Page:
The Eleanor Roosevelt Papers


Eleanor Roosevelt to John F. Kennedy

Mrs. Franklin D. Roosevelt
55 east 74th street
new york city, 21, n. y.

Dear Senator Kennedy:

The enclosed letter has come to me and I think it is the way quite a number of people feel.
I thought I understood you to say during the last debate that you did not intend to act unilaterally but with the other American states. Since this is not fully understood, I pass the letter along to you because I think it would be unwise for people to have the impression that you did expect separately to interfere in the internal affairs of Cuba.[1]
Things at present look as though they are going pretty well. I cannot, of course, ever feel safe till the last week is over because with Mr. Nixon I always have the feeling that he will pull some trick at the last minute. On the whole, things look pretty good, however. In the meantime, good luck!

Very cordially yours,

Eleanor Roosevelt

TLS, POF, MBJFK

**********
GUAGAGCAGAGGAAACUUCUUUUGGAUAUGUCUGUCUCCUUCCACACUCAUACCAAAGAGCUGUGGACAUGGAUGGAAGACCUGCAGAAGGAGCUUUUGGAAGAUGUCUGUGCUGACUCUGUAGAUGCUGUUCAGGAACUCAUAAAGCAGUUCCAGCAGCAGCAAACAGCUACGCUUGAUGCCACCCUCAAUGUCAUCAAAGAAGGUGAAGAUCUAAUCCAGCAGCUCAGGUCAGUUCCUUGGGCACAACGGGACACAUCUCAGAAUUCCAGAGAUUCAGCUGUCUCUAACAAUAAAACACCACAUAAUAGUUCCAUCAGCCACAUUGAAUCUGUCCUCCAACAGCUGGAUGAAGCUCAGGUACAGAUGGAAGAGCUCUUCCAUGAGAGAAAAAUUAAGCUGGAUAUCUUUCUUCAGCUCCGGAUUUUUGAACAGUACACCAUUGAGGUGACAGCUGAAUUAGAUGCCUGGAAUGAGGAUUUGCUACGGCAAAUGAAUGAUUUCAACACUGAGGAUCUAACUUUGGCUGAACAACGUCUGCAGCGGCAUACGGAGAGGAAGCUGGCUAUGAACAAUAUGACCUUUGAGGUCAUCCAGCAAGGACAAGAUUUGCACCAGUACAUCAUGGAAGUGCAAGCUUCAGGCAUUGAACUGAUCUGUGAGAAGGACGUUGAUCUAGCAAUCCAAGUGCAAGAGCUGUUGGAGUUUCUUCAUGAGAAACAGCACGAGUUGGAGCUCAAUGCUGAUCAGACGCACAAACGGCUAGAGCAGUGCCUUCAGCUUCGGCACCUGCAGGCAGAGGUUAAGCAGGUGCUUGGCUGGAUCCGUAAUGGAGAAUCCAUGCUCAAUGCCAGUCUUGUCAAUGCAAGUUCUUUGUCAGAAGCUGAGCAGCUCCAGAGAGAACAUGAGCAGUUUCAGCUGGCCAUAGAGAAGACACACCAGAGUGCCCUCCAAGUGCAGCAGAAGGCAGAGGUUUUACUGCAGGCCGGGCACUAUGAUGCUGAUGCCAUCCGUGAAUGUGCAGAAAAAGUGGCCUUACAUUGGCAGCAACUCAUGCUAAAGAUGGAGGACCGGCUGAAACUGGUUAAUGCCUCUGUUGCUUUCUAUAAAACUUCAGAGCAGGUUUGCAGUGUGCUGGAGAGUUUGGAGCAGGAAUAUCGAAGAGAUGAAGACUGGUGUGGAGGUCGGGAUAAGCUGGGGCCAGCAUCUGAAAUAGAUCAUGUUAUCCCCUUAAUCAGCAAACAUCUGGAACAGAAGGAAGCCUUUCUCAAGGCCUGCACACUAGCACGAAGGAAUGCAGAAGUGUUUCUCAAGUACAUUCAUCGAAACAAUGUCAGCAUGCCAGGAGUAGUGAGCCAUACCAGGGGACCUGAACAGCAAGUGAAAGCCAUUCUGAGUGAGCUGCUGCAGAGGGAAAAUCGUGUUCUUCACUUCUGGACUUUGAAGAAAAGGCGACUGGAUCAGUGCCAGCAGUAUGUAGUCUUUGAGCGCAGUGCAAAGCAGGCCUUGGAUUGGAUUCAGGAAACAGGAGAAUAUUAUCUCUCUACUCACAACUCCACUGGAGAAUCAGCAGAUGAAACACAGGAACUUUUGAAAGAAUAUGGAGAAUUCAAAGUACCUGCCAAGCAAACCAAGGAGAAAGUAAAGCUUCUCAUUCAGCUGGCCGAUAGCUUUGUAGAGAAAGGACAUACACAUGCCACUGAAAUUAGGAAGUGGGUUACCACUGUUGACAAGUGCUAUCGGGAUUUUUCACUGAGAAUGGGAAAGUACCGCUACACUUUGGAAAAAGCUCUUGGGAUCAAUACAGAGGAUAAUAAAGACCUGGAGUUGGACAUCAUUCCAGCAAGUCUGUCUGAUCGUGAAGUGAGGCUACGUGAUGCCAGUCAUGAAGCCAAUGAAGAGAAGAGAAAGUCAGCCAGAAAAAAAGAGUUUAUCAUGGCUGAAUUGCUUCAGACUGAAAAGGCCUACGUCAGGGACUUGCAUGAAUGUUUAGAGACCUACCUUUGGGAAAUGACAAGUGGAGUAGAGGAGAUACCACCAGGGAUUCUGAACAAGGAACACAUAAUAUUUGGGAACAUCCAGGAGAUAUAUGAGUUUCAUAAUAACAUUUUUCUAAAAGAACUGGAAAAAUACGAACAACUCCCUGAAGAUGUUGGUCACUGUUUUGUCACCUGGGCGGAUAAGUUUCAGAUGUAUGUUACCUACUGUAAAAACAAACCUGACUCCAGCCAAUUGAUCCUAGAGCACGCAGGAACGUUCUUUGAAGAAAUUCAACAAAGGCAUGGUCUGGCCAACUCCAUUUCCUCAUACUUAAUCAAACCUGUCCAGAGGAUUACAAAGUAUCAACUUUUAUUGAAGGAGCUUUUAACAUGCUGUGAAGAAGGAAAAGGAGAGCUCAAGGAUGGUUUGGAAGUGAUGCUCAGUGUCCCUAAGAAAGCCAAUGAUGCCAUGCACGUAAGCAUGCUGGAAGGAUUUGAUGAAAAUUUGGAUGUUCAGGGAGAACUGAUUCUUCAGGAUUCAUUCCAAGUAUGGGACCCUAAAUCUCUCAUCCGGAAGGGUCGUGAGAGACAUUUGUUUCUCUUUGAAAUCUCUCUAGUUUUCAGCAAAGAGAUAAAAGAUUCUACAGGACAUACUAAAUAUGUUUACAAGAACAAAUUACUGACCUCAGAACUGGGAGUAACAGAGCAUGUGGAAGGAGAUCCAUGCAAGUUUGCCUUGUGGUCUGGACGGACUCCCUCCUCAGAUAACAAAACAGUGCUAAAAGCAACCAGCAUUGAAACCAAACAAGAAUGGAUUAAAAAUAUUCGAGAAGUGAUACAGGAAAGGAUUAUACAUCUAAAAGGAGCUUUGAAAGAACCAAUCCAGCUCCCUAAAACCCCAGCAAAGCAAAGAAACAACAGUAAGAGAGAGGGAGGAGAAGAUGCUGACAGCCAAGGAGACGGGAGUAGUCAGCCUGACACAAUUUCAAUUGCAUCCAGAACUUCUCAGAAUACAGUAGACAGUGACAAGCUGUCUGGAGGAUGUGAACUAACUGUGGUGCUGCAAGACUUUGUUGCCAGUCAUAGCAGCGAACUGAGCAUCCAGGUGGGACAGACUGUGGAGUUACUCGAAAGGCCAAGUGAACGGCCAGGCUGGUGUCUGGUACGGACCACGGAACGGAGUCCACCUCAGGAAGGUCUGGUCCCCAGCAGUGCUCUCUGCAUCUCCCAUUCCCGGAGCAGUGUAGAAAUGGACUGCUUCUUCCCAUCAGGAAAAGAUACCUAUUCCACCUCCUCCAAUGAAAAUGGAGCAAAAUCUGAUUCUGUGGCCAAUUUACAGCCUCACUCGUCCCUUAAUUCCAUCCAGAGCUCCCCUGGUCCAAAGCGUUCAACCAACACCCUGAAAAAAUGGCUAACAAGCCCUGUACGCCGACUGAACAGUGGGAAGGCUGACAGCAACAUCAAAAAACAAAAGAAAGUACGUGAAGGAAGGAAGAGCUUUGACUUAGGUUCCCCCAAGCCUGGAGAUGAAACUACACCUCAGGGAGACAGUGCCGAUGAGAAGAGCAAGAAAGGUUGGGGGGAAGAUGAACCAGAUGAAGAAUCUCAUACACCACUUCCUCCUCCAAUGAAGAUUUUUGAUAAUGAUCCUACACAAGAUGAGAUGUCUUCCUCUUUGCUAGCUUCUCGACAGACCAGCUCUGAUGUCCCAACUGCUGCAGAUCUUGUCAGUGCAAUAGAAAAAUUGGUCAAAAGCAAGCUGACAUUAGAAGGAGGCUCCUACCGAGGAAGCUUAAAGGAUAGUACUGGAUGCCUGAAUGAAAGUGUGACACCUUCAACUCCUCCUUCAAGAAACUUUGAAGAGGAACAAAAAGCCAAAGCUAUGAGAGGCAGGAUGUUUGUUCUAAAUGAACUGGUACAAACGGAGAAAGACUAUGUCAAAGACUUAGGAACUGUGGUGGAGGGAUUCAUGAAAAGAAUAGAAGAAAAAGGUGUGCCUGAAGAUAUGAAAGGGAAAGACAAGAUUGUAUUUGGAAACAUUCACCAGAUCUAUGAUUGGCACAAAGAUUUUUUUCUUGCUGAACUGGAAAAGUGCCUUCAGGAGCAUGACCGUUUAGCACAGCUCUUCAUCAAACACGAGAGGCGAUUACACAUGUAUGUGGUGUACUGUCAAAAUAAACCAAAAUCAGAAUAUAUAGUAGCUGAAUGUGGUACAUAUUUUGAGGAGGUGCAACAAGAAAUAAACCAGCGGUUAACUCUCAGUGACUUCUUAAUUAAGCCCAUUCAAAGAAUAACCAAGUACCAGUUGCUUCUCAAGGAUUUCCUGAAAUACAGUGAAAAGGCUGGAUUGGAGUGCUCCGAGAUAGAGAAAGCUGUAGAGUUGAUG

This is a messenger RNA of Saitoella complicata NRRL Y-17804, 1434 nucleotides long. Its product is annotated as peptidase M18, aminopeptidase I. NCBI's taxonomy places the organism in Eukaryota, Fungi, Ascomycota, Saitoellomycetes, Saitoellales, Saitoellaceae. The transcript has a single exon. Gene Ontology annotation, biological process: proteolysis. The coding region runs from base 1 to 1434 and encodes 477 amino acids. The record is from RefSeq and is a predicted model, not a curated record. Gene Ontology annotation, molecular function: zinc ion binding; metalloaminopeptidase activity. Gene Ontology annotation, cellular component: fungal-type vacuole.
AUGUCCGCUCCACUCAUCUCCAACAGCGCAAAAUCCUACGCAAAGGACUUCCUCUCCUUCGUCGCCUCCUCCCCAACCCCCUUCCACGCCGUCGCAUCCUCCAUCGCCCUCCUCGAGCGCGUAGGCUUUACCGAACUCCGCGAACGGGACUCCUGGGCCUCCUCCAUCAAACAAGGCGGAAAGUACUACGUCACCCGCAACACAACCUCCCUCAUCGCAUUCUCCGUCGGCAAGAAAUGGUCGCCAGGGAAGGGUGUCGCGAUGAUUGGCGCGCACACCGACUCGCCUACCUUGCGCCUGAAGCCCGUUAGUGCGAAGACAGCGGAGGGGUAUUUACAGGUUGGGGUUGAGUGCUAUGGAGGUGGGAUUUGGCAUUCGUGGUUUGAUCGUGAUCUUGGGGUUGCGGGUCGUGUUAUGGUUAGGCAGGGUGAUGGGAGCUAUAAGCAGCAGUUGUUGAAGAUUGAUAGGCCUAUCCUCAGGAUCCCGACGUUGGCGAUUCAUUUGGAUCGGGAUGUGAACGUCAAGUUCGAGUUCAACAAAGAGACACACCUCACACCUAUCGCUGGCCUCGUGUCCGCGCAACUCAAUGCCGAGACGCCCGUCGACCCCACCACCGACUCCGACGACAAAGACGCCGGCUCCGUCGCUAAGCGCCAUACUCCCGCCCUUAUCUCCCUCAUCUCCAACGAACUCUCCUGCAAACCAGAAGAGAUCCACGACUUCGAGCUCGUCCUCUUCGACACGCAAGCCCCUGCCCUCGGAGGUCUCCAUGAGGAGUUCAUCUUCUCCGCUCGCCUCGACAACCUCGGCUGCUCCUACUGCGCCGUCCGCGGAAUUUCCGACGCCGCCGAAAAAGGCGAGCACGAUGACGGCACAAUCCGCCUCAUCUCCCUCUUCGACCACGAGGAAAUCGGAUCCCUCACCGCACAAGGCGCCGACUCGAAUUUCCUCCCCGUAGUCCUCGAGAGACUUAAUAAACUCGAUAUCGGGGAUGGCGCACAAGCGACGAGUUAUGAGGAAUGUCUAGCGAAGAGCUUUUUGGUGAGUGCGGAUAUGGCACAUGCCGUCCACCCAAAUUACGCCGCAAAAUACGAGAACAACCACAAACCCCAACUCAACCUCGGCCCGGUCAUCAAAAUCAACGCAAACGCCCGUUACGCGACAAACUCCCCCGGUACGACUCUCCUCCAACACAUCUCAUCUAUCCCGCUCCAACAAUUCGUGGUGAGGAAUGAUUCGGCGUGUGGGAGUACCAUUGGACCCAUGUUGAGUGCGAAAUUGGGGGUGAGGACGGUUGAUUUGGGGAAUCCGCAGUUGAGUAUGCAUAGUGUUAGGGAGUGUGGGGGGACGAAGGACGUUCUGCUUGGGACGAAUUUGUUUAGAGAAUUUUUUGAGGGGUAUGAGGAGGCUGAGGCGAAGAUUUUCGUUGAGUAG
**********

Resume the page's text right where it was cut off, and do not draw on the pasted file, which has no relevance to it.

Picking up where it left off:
[1.] ER's interpretation of JFK's remarks was correct. In the final debate, Frank Singiser of Mutual News asked both Nixon and Kennedy "to pin down the difference between the way you would handle Castro's regime and prevent the spread of Communist governments in the Western Hemisphere." Nixon replied that Kennedy was "dangerously irresponsible" to recommend that the U.S. should aid Cuban exiles and those anti-Castro forces that are also anti-Batista, in the process, labeling Kennedy's stance "unilateral" and a gross violation of the UN Charter that would cost "us all of our friends in Latin America." Kennedy responded that Nixon was "misinformed" on Cuba and Kennedy's position on Cuba, rebutting Nixon's argument by declaring first, that Castro was already receiving "equipment and arms and resources" flowing "out of Florida and other parts of the United States"and second, that "if any sanctions against Latin America are going to be successful they have to be multilateral . . . [and] have to include the other countries of Latin America." ["Fourth Debate, October 21, 1960," in Sidney Kraus, ed., The Great Debates: Background-Perspective-Effects (Indianapolis: University of Indiana Press, 1962), pp. 416-418.]